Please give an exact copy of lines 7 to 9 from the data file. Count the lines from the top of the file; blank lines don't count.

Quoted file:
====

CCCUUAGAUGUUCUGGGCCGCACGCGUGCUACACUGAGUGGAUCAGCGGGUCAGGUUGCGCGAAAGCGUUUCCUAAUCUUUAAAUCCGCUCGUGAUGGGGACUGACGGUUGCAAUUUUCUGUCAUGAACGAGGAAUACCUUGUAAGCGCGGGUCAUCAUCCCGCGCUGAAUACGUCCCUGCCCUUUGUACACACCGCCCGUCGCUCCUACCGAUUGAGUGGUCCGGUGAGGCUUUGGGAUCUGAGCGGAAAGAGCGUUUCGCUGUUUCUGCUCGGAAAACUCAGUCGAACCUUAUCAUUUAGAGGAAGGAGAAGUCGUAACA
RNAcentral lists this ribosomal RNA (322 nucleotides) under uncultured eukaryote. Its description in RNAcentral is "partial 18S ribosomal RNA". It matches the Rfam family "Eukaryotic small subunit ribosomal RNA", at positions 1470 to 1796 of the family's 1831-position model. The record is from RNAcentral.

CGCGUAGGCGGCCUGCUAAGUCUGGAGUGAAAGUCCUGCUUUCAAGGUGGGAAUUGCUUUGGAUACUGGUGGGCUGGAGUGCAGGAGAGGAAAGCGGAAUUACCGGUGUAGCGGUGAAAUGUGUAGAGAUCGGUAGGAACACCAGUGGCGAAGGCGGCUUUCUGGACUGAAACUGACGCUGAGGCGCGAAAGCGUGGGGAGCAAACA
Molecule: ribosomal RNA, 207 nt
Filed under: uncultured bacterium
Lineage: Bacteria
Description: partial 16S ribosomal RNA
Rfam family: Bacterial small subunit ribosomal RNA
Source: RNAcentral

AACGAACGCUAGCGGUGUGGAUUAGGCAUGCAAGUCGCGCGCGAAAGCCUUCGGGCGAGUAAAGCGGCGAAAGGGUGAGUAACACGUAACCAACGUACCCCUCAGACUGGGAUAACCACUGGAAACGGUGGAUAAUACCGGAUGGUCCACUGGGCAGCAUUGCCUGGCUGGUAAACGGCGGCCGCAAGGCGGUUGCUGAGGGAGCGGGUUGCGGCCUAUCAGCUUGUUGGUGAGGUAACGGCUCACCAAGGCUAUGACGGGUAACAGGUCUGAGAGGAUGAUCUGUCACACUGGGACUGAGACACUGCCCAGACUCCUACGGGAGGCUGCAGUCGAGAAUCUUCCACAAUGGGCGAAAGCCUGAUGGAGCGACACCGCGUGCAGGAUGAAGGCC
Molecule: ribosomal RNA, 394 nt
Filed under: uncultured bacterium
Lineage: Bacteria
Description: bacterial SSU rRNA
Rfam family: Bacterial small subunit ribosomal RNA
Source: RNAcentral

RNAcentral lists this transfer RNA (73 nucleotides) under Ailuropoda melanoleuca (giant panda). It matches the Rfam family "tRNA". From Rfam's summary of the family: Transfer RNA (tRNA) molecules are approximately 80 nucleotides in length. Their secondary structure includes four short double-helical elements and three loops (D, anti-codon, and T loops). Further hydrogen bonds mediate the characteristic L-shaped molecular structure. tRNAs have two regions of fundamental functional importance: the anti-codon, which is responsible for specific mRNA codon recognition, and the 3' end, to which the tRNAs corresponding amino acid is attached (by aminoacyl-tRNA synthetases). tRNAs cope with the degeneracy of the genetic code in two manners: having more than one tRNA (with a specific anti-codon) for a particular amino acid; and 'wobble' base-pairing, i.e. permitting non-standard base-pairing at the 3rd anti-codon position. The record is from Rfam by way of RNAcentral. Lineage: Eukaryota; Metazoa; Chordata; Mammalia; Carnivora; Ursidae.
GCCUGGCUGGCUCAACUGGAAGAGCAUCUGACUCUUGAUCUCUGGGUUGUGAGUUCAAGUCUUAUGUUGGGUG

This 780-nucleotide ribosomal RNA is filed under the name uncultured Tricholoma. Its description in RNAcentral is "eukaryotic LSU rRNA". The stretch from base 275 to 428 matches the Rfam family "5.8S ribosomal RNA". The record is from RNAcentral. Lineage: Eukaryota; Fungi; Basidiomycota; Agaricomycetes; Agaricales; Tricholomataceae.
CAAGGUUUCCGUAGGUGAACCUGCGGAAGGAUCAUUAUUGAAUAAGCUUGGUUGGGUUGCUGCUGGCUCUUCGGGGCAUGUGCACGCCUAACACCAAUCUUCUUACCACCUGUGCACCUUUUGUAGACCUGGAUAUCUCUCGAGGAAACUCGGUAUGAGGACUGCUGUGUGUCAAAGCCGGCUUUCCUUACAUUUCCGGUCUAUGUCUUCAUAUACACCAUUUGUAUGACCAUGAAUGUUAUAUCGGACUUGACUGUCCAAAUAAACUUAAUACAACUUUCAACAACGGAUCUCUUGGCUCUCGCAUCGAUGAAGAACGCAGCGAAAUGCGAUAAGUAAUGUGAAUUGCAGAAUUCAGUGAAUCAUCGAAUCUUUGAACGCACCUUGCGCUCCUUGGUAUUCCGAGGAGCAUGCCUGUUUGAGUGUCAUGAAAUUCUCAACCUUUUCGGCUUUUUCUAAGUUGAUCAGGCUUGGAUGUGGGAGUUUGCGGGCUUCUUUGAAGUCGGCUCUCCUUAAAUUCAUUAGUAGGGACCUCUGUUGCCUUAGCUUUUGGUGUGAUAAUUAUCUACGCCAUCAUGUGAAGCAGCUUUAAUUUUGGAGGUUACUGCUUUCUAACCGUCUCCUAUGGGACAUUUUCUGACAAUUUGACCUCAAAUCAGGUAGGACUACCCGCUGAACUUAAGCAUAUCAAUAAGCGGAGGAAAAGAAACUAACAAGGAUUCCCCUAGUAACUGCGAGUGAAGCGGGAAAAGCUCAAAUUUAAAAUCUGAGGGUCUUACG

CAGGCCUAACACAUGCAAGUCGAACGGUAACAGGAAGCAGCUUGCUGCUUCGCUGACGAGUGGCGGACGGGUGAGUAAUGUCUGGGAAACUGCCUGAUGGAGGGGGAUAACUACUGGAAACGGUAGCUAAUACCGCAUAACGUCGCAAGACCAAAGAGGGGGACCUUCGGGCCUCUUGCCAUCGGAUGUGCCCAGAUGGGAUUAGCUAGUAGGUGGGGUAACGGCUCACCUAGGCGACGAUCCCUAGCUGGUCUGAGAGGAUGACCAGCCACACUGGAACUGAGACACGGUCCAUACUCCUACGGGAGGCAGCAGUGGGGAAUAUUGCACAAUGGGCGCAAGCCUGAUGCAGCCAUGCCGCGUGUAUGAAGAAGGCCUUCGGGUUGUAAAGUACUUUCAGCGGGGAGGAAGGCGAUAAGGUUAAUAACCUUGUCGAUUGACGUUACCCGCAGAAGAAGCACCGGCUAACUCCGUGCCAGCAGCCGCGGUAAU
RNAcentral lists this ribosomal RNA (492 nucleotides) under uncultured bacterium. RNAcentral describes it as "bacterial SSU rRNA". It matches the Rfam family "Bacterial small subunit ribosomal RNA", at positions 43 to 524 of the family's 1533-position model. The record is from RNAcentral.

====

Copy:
Description: partial 16S ribosomal RNA
Rfam family: Bacterial small subunit ribosomal RNA
Source: RNAcentral